Critical assessment vital when patients present on multiple occasions with the same symptoms

This case study highlights the importance of critically assessing patients who present to hospital on multiple occasions with the same symptoms within a relatively short period of time, and investigating symptoms fully and considering alternative diagnoses.

A Māori man in his 30s presented to Whanganui DHB (now Te Whatu Ora – Whanganui) on five occasions over two months with a recurring infection of the middle ear (otitis media). During these presentations, clinicians did not undertake adequate investigations to understand the extent of the disease, or investigate whether the man had developed complications from the otitis media. Sadly, the man died as a result of a brain abscess, which is a rare but known complication of untreated otitis media.

HDC considered that the man did not receive adequate assessment and action in the Emergency Department (ED). A CT head scan was not performed, and abnormal test results were not followed up adequately. When ED staff suspected drug use by the man, this should have been ruled out, so that the root cause of his symptoms could be explored fully (and not assumed to be due to drug use).

Te Whatu Ora Whanganui is responsible for the services provided by its staff, and the clinicians involved in the man’s care failed to appreciate the significance of his repeated presentations, and take into consideration his history of poorly resolving symptoms, and the possible presence of complications.

Given the number of staff involved across multiple presentations by the man to the ED, HDC held Te Whatu Ora Whanganui to account at an organisational level for widespread failures in its service. The failures in service delayed the man’s diagnosis of complications arising from the otitis media.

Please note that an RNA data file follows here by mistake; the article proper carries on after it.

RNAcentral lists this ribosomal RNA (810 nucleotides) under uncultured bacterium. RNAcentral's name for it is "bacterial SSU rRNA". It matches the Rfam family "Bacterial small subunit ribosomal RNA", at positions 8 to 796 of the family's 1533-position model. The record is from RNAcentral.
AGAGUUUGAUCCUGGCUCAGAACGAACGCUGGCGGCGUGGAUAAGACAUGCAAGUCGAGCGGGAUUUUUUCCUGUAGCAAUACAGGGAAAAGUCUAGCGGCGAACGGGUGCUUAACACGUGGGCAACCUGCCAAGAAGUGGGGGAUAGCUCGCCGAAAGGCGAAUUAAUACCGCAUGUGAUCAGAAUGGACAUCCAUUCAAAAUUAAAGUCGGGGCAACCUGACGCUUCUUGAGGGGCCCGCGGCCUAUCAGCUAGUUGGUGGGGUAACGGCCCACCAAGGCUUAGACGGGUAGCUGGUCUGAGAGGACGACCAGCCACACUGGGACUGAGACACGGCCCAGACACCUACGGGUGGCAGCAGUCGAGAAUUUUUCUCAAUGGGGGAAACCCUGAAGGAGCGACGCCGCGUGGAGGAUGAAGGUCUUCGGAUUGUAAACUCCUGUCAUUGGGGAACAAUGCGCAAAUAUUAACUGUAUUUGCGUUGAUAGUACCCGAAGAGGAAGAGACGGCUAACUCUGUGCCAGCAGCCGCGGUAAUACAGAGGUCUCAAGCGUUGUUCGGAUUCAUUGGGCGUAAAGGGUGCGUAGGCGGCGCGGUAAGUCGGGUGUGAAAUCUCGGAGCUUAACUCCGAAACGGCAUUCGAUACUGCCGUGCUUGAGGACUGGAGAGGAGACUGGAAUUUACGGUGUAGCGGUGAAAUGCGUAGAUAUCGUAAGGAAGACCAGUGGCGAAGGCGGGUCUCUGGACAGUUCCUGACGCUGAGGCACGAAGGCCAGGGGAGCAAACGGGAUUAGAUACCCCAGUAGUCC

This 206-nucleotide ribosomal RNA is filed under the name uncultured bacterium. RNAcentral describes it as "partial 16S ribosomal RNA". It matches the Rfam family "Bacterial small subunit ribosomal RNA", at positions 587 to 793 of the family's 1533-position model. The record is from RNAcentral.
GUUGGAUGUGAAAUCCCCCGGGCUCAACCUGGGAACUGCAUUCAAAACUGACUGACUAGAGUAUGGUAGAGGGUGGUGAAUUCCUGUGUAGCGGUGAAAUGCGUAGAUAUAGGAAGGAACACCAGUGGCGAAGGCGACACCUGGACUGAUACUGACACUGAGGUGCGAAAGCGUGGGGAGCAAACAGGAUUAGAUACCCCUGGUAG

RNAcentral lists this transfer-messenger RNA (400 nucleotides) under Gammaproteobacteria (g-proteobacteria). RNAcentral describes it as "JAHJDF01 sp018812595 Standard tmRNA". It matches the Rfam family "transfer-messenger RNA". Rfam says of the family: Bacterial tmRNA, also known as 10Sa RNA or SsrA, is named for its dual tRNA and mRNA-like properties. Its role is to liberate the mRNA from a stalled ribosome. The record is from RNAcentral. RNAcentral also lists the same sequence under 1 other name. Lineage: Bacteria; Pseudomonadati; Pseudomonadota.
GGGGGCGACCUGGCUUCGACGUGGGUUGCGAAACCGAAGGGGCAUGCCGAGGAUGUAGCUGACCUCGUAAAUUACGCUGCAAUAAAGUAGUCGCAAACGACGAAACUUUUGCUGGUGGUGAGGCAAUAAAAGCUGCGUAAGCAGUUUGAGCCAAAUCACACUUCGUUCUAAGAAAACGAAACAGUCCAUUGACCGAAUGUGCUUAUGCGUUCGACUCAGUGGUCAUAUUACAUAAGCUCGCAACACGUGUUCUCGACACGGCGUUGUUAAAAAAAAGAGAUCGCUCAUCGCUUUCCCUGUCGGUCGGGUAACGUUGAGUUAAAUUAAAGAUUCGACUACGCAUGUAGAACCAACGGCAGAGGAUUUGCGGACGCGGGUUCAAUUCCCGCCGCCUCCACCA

HDC made the following recommendations:

  • Te Whatu Ora Whanganui and a medical officer provide a written apology to the man’s whānau.
  • Te Whatu Ora Whanganui undertake reviews and amendments of its ED on-call policy and processes for recall of patients, and its protocols for managing suspected drug use; provide training to staff on documentation and its expectations in relation to management of suspected drug use; and undertake an audit of positive blood cultures received by the ED to identify whether timely follow-up occurred.
  • The medical officer undertake self-directed learning on bias in healthcare, and reflect on his care in this case relating to his suspicion of drug use and the appropriate course of action, and his lack of documentation of discussions and observations.

Te Whatu Ora Whanganui was found in breach of Right 4(1) of the Code of Health and Disability Services Consumers’ Rights for failing to provide services with reasonable skill and care.

Having regard to the particular vulnerabilities of the man and to the public interest in improving healthcare outcomes for Māori, Te Whatu Ora Whanganui was referred to the Director of Proceedings for consideration of further proceedings.

Read the full decision here.